Wednesday, December 3, 2008

Giving Thanks for After-Thanksgiving Turkey Soup and Stoupor

Jaime turned us on to this wonderful (if artery-clogging) soup a few holidays ago. We've never looked back! I add a few cranberries to brighten the soup up a little.

1 leftover turkey carcass
3 medium onions, chopped
2 large carrots, diced
2 celery ribs, diced
1 cup butter, cubed
1 cup all-purpose flour
2 cups half-and-half cream
1 cup uncooked long grain rice
2 teaspoons salt
1 teaspoon chicken bouillon granules
3/4 teaspoon pepper

Place turkey carcass in a soup kettle or Dutch oven and cover with water. Bring to a boil. Reduce heat; cover and simmer for 1 hour. Remove carcass; cool. Set aside 3 qt. broth. Remove turkey from bones and cut into bite-size pieces; set aside.
In a soup kettle or Dutch oven, saute the onions, carrots and celery in butter until tender. Reduce heat; stir in flour until blended. Gradually add 1 qt. of reserved broth. Bring to a boil; cook and stir for 2 minutes or until thickened.
Add cream, rice, salt, bouillon, pepper, remaining broth and reserved turkey. Reduce heat; cover and simmer for 30-35 minutes or until rice is tender.

Unlike the wonderful soup, made three days after the actual day, the actual Thanksgiving feast was somewhat muted this year. It was the first Thanksgiving without Collie, signalling the coming change from intergenerational holidays to a less inclusive time, with primarily older adults and dogs. Jaime, Jared & Cici represented the younger generation. The festivities were held at Arthur's - and on the chilly day, the roaring fireplace was most appreciated. Molly enjoyed the leather sofa. I enjoyed making some interesting butternut squash and brussels sprouts dishes, along with the famous chipotle mashed sweet potatoes and marsala cranberry sauce.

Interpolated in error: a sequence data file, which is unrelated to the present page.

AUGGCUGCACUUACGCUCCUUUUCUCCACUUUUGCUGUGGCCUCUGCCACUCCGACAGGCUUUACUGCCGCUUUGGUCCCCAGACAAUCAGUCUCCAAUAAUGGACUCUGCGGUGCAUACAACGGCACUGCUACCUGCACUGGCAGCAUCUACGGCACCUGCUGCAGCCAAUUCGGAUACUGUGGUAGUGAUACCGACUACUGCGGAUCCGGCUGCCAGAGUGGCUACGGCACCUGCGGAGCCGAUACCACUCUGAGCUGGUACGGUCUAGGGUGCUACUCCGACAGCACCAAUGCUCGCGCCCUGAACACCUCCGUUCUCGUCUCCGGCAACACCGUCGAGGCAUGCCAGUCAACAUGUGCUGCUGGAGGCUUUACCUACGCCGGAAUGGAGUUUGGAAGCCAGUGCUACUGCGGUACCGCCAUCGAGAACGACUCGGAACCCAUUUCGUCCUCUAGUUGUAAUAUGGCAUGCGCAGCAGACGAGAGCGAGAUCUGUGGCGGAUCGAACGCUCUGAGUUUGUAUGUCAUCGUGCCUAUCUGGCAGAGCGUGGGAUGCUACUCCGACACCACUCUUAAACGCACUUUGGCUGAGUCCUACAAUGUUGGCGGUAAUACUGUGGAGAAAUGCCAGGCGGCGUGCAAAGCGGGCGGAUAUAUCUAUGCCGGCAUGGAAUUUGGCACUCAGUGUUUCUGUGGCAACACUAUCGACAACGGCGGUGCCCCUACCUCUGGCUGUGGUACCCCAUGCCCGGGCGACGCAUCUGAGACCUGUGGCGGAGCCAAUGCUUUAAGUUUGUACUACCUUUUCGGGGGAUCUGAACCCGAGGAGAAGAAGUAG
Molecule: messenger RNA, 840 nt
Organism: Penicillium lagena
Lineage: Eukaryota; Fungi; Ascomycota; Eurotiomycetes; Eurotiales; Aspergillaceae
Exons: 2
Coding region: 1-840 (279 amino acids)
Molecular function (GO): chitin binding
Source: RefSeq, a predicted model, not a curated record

On Saturday, I tried my hand at butterflying my organic, free range turkey. I saw a little instructional video on-line and thought it would be fun. It's a good thing Jim was not there with the digital camera! I also read "Cooks Illustrated" and was convinced by their discussion of slow roasting of turkeys. Once I'd wrestled the bird into some sort of submission (minus its backbone and few of my finger tips which went into the stock) and buttered and herbed underneath its skin, into the oven it went for a long, slow heat bath. To my surprise after the wrestling match, it turned out wonderfully. I'm definitely convinced on the slow roasting. The butterflying - maybe not so much. Jim made his famous trademark mashed potatoes, and a second coming of Thanksgiving feast was enjoyed by all.

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